After the Clint Capela trade, it's pretty clear that Eric Gordon has become the third most important player on this basketball team. It's true salary-wise and on the court, Houston isn't making a deep run without a healthy and fully functioning Gordon. The problem is - he hasn't been healthy and functioning this year.

For starters, Gordon has already missed 30 out of Houston's 64 games this season due to his right knee injuries. Gordon originally started the season off really poorly, got surgery, returned and looked good, and then re-injured the knee in late February. The games he has played in have been some of the worst of his career. This, of course, is completely out of his control. However, with the nearly three months off he's about to receive, Gordon will have time to train and fully recuperate that knee.

The answer is Eric Gordon and it's a no brainer.

Their styles of play definitely conflict in that they are both high-usage ball handlers that were meant to be the hubs of their team's offense. However, Westbrook has never been efficient enough to lead an elite offense on his own and thus, it makes sense for him to adapt to being a secondary ball handler. That was never where the fit issues came from, however.

It's always been about floor spacing and Russell Westbrook's shooting. Teams didn't just start doubling and trapping James Harden because it was a new idea. They did it because it was now possible with two non-shooters on the floor in Westbrook and Clint Capela. The Clint Capela trade opened things up, however, and I think the fit has looked a lot better since.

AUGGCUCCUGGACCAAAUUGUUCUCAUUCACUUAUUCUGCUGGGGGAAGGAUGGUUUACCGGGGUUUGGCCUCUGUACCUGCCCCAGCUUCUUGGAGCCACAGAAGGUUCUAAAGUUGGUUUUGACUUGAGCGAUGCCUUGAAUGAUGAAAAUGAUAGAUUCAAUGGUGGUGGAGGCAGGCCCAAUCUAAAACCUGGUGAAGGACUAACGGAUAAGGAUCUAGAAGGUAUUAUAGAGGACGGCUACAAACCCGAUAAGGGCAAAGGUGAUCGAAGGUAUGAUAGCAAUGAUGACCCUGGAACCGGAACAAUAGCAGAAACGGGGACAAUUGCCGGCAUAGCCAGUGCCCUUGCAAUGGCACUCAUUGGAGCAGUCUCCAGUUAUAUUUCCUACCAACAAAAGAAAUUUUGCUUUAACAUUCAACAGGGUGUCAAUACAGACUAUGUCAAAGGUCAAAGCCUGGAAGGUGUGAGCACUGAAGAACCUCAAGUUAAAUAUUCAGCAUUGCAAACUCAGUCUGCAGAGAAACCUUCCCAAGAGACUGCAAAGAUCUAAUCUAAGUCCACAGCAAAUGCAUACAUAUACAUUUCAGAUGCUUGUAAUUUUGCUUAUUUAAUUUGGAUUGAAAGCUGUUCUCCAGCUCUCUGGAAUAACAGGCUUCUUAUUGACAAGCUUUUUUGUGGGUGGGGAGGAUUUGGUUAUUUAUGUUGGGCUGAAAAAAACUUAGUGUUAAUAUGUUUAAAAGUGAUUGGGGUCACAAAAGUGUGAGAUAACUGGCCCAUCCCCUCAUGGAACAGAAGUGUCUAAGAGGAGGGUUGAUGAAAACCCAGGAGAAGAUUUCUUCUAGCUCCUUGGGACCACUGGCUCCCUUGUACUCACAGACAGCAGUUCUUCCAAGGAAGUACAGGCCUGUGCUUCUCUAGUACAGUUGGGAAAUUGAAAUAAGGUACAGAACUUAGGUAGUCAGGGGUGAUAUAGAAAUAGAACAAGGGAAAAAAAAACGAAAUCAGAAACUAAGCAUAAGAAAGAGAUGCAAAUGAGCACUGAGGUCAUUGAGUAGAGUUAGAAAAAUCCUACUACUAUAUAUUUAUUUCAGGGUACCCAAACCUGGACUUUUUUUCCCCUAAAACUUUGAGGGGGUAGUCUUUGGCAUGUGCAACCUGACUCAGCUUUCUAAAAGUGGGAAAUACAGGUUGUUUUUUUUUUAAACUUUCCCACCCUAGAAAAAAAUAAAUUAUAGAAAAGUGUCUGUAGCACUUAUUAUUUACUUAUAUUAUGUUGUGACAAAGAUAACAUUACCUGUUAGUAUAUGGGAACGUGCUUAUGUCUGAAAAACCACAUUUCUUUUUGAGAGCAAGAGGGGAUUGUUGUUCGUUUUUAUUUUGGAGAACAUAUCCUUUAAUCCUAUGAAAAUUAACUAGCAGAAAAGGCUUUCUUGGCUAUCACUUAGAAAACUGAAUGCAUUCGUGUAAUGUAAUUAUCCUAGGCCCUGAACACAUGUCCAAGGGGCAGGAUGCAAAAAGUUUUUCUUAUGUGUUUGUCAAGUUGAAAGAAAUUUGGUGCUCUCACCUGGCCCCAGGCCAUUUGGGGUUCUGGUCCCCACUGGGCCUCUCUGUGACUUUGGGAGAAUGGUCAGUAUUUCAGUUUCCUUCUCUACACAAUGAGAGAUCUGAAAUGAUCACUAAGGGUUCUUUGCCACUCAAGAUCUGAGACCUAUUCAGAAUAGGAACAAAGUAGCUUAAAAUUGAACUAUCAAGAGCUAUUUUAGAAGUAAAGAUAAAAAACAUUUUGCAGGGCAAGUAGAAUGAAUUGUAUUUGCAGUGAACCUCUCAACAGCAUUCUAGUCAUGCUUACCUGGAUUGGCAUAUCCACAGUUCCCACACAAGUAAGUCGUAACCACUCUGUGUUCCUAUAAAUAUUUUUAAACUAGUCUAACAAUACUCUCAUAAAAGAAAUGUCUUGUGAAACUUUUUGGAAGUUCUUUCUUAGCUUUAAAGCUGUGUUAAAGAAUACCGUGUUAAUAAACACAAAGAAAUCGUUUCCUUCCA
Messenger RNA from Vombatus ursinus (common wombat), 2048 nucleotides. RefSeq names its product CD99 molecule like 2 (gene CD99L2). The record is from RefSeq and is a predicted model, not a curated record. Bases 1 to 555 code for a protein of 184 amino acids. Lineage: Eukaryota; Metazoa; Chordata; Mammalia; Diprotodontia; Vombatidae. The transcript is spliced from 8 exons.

They've had several games since where both have been very good (Minnesota, Memphis, Utah, etc…). Harden and Westbrook can succeed together. Now if the question is, "Are the pieces around them good enough to win a championship this year?", that's still up in the air. However, I do tend to lean "no" due to the current powerhouses in the Western Conference.

That has nothing to do with fit though. It has to do with team strength.

I think you were on the right track about taking that win with a grain of salt. There were, however, some things Houston could build upon. For starters, James Harden was very good and tallied 37 points, 7 assists, 4 rebounds, 2 steals, and 1 block on 11 of 19 shooting from the field and 5 of 10 shooting from three-point range. This was after two weeks of Harden struggling to make three-pointers fall.

The team as a whole also shot much better from behind the arc (15 of 38 or 40%). They looked flustered and without confidence in the past couple games and started to pass up on open looks. Defensively, the Rockets were mediocre - which is better than awful.

I guess the best term to describe that game for Houston is "baby steps".

I'll be doing more of these mailbags throughout this period without games. Be sure to follow me on Twitter for when we do another of these (@SalmanAliNBA).

Stay safe everyone!

POINT BLANK IS PRESENTED BY FITZ ROOFING

3 reasons why the Rockets have an amazing opportunity

Composite photo by Jack Brame

If the NBA decides to resume the season with the playoffs beginning immediately, the Rockets will face the Denver Nuggets in the first round. The panel from the Point Blank Roundtable discuss why this would be such a good situation for the Rockets, and much more.

Point Blank is presented by Fitz Roofing.